I’ve now compiled the latest search popularity stats from Hitwise, Compete, comScore, and Nielsen Online. That means it’s time to put them all together once again, to see what a "panel" of ratings services agree on — and don’t agree on — in terms of search engine popularity.
Why not show a full year’s worth of data? Ratings methodology changes mean I can only go back to June 2007 for comScore and October 2007 for Nielsen. Also, in terms of raw number of searches, Hitwise doesn’t report these, so they aren’t on the number of searches charts below.
Services shown in the charts blow:
The charts show the share of searches in the United States that each ratings service estimates each search engine to have. In other countries, shares will be different — often dramatically so.
Finally, the charts use different scales. Rather than running them all from zero to 100 percent, I’ve tightened them between low and high marks unique to each service. This can make ups-and-downs seem more dramatic, but it also means you can better see specific changes with each service.
Everyone but Compete agrees — Google’s share shown in the chart above had
either hit an all-time high or tied it from the previous month
In terms of number of searches, everyone agrees that Google is at an all time high. But NetRatings reports significantly fewer searches than the other two services. (Figures above are in billions.)
NetRatings and Hitwise say that Yahoo has had worst months than March, while comScore and Compete put it at an all-time low.
In terms of number of searches, Yahoo comes off better, relatively stable over the period according to comScore and NetRatings. (Figures above are in billions.)
Both NetRatings and Compete show a spike upward for Microsoft — Compete dramatically so. For the others, a slight decline, less dramatic than in some past months. (Postscript: See below about Compete results now being adjusted downward).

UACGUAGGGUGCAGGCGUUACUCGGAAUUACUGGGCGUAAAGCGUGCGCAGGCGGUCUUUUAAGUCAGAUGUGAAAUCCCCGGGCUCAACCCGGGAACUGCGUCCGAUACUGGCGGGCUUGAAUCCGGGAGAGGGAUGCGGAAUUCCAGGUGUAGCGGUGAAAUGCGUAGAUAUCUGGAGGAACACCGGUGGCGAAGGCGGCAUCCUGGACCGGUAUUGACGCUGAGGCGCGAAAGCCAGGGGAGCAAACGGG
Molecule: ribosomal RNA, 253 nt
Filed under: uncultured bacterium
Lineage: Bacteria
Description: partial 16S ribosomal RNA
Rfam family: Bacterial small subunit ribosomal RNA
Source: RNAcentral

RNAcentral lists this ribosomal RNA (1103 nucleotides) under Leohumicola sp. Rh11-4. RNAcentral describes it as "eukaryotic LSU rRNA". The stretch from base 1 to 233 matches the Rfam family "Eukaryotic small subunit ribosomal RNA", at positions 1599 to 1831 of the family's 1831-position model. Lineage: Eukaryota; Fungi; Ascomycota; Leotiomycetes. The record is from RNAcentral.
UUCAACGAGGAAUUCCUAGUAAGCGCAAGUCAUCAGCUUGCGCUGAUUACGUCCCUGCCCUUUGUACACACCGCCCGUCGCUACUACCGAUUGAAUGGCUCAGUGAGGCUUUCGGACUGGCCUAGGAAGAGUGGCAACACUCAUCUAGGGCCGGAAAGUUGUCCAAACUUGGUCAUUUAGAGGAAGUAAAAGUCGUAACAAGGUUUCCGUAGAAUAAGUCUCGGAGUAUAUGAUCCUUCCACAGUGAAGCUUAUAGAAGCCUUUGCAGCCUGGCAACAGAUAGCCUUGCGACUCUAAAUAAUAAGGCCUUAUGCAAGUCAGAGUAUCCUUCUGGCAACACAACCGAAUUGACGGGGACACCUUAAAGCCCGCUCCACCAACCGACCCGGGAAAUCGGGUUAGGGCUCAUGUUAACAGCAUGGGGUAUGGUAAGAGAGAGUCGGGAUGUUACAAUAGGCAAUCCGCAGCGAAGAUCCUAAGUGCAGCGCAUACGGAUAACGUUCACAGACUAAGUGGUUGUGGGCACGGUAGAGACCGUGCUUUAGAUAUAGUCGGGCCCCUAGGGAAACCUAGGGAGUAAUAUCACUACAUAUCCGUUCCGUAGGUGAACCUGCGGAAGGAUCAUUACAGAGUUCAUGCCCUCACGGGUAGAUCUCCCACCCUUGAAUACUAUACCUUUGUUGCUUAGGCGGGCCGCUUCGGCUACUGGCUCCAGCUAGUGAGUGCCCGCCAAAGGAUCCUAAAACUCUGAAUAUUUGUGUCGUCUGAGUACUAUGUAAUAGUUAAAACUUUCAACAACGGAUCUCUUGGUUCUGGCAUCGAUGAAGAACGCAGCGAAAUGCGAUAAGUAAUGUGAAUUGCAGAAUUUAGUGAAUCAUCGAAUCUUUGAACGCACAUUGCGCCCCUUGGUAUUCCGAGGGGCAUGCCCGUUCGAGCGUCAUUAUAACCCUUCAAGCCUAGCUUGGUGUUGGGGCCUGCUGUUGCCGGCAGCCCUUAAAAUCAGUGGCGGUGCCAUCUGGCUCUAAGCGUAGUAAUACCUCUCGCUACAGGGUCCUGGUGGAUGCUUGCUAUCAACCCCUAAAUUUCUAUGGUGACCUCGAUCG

In terms of number of searches, everyone shows a better picture for Microsoft, with gains. Note the large leap by Compete, bringing its measurements nearly in line with the other two. Did Microsoft gain that much, or did how Compete measures Microsoft change?
POSTSCRIPT:Compete counted searches in March from Club Live that it thought it was filtering out, which inflated the Microsoft figures. I’m not going to redo all the charts due to the time involved. Future charts will reflect the new figures. Microsoft had a 8.5% share for March, rather than 10.2%. See Microsoft Dips In Compete’s Revised March 08 Search Figures for more.
As a reminder, my general rules when evaluating popularity stats:
- Avoid drawing conclusions based on month-to-month comparisons. Lots
of things can cause one month’s figures to be incomparable to another month.
It’s better to see the trend across multiple months in a row.
- Avoid drawing conclusions based on one ratings service’s figures.
Each service has a unique methodology used to create popularity estimates.
This means that ratings will rarely be the same between services. However, a
trend that you see reflected across two or more services may give you faith in
trusting that trend.
- Consider Actual Number Of Searches: While share for a particular search engine might drop, the raw number of searches might still be going up (and thus they might be earning more money, despite a share drop). This is because the "pie" of searches keeps growing, so even a smaller slice of the pie might be more than a bigger slice in the past.